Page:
It was recently floated in chat that a particle in a box with a delta-function spike inside it, with hamiltonian $$ H = -\frac{\hbar^2}{2m} \frac{\partial^2}{\partial x^2} + V_0\delta(x-a) $$ and with the box walls at $x=0$ and $x=L$, might make an interesting example to teach perturbation theory if it is exactly solvable, since it would allow for a full-blown solution of both the full potential as well as the perturbation theory, similarly to the model in this recent question.

Is this model solvable? If so, what are the eigenfunctions and the energy eigenvalues?


There's a lot you can do, but the short of it is that the eigen-energy quantization condition still boils down to a transcendental equation that must be solved numerically.

Start with the wavefunction Ansatz $$ \psi(x) = \begin{cases} A \sin(kx) & 0<x<a \\ B \sin(k(L-x)) & a<x<L \end{cases} $$ where $E = \hbar^2 k^2/2m$.

To find the effect of the delta-function potential, start with the Schrödinger equation, $$ \left[-\frac{\hbar^2}{2m} \frac{\partial^2}{\partial x^2} + V_0\delta(x-a)\right] \psi(x) = E\psi(x), $$ and integrate it between $a-\epsilon$ and $a+\epsilon$ to get, in the $\epsilon\to0$ limit, $$ -\frac{\hbar^2}{2m}(\psi'(a^+)-\psi'(a^-)) + V_0 \psi(a) = 0. $$ When putting in our Ansatz, this reads $$ -\frac{\hbar^2}{2m}(-Bk\cos(k(L-a))-Ak\cos(ka)) + V_0 \frac12 (A\sin(ka) + B\sin(k(L-a)) = 0, $$ which is further supplemented by the continuity equation $$ A\sin(ka) = B\sin(k(L-a)) $$ to produce the coupled set of equations \begin{align} A\sin(ka) - B\sin(k(L-a)) &= 0 \\ \left[\frac{\hbar^2}{2m}k\cos(ka) + \frac12V_0\sin(ka)\right]A + \qquad\qquad\qquad\qquad\qquad\qquad & \\ +\left[\frac{\hbar^2}{2m}k\cos(k(L-a))+\frac12V_0\sin(k(L-a))\right] B &= 0, \end{align} or a bit more simply \begin{align} A\sin(ka) - B\sin(k(L-a)) &= 0 \\ \left[\frac{\hbar^2}{2m}k\cos(ka) + V_0\sin(ka)\right]A +\frac{\hbar^2}{2m}k\cos(k(L-a)) B &= 0, \end{align} which are best expressed in matrix form, as $$ \begin{pmatrix} \sin(ka) & - \sin(k(L-a)) \\ \frac{\hbar^2}{2m}k\cos(ka) +V_0\sin(ka) & \frac{\hbar^2}{2m}k\cos(k(L-a)) \end{pmatrix} \begin{pmatrix}A \\ B\end{pmatrix} = \begin{pmatrix} 0\\0 \end{pmatrix}. $$ Since we're looking for a nonzero solution, we require this system to be singular, which means that we require the determinant to vanish, $$ \det\mathopen{} \begin{pmatrix} \sin(ka) & - \sin(k(L-a)) \\ \frac{\hbar^2}{2m}k\cos(ka) +V_0\sin(ka) & \frac{\hbar^2}{2m}k\cos(k(L-a)) \end{pmatrix} \mathclose{} = 0, $$ and this is what forms the quantization condition.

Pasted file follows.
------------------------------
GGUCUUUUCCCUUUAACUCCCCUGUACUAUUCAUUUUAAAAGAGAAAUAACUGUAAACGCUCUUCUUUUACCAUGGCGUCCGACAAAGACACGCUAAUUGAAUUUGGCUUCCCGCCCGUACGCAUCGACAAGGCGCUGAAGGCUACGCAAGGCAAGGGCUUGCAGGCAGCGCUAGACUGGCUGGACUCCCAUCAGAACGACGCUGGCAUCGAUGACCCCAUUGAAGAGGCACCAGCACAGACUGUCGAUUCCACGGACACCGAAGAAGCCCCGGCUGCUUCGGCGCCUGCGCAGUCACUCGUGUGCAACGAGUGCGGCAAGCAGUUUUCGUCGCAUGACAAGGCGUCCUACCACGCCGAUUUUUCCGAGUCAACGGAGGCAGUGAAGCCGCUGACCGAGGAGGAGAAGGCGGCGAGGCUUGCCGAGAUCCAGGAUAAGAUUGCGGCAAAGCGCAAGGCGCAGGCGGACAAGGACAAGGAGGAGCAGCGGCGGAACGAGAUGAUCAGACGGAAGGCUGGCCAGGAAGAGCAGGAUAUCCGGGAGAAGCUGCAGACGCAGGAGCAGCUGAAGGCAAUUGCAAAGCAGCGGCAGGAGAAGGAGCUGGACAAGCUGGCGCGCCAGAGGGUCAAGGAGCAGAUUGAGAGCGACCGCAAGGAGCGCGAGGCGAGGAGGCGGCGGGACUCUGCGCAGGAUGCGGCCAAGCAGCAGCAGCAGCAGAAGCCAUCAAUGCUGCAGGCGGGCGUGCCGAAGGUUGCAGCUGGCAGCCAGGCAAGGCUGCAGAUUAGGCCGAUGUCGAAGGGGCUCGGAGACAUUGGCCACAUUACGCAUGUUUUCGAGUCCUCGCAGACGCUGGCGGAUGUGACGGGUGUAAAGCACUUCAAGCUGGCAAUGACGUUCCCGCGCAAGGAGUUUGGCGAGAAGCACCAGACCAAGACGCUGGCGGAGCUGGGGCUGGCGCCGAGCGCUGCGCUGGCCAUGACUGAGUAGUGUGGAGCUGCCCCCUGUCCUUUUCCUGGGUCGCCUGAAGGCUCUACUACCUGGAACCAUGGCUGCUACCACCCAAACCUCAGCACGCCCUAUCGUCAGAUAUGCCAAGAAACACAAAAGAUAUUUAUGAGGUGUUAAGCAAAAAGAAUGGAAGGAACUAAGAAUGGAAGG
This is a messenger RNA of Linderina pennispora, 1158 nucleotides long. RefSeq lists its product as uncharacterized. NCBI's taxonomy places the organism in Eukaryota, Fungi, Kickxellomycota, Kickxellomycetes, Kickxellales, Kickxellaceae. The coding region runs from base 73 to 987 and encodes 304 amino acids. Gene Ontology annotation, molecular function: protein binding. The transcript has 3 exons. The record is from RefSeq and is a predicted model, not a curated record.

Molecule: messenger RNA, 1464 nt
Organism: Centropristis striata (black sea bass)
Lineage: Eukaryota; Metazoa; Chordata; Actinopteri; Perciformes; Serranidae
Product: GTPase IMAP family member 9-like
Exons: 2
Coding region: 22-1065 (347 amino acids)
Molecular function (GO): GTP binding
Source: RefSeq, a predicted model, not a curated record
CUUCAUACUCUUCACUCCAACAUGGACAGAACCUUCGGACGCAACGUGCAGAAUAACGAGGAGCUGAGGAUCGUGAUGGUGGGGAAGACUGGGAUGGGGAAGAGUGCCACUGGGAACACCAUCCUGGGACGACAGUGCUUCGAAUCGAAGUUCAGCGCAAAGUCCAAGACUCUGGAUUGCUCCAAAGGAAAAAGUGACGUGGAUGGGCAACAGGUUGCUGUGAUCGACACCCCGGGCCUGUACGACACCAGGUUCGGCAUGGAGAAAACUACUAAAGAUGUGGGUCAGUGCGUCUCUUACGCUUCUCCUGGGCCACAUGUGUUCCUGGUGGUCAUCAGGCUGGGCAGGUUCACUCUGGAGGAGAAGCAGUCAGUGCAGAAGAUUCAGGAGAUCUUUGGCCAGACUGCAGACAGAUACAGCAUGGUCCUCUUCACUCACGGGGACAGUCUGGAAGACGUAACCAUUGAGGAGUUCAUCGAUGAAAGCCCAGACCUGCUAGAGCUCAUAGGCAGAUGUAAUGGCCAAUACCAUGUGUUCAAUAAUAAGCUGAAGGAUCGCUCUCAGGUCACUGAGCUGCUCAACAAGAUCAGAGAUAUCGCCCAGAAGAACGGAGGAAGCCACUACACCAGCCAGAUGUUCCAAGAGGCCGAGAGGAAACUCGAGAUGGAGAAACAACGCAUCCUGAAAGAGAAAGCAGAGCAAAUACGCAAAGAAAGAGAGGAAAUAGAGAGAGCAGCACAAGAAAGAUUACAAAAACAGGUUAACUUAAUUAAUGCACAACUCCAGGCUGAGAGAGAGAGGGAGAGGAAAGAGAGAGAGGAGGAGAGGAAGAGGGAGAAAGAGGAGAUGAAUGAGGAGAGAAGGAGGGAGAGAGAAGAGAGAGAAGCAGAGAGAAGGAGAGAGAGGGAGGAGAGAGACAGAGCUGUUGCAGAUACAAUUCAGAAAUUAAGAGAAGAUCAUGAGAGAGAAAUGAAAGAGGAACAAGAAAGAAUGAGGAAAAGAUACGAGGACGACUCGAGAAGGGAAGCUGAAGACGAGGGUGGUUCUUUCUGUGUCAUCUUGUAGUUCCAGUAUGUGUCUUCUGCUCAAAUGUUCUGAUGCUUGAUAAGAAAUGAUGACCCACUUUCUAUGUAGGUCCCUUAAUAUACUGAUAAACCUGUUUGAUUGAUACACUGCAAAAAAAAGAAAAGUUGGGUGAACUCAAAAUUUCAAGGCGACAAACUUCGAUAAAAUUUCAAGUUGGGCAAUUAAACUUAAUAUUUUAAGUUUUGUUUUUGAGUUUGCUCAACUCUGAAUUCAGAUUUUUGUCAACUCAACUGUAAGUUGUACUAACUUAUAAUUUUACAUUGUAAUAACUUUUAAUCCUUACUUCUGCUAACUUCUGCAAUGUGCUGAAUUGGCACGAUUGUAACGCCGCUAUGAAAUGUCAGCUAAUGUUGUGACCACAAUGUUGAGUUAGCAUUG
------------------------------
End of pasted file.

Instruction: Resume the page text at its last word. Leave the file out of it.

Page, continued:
To see its explicit form, we start by unpacking the determinant: $$ \sin(ka)\frac{\hbar^2}{2m}k\cos(k(L-a))+ \sin(k(L-a))\left(\frac{\hbar^2}{2m}k\cos(ka) +V_0\sin(ka)\right) = 0, $$ or a bit more cleanly, in terms of the characteristic wavevector $\kappa = 2mV_0/\hbar^2$, $$ k\sin(ka)\cos(k(L-a))+ \sin(k(L-a))\left(k\cos(ka) +\kappa\sin(ka)\right) = 0, $$ and it seems that this is about as far as you can go in simplifying this quantization condition.

You can make a little bit of extra headway if you assume that the delta-function potential is in the middle of the well, so $a=L-a = L/2$. In this case you have $$ k\sin(kL/2)\cos(kL/2)+ \sin(kL/2)\left(k\cos(kL/2) +\kappa\sin(kL/2)\right) = 0, $$ so things factorize, $$ \sin(kL/2) \left[ 2 k\cos(kL/2) +\kappa\sin(kL/2)\right] = 0. $$ This means that you either have the fully unperturbed $$ \sin(kL/2) = 0 $$ (which is natural - the eigenfunctions of the original problem where $kL/\pi$ is even will have a zero at the center, so they don't see the delta-function potential), or you have $$ 2 k\cos(kL/2) +\kappa\sin(kL/2) = 0, $$ which simplifies to $$ \cot(kL/2) = -\frac{\kappa}{2k}, $$ but this is still not quite within exactly-solvable territory. This can be easily solved numerically, but it's still outside of the range of what you can deal with using analytical methods.

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    $\begingroup$ The perturbation theory is in deed beautiful here all $V$ get 1 and simply $$E_{nk_i} = n^2 - k_i^2$$ (using notation from here (open the "show" link)). I think it cant get simpler than that. Would be interesting to see if there is a closed form for the $n$th-term. $\endgroup$ – Rudi_Birnbaum Mar 8 '19 at 8:40

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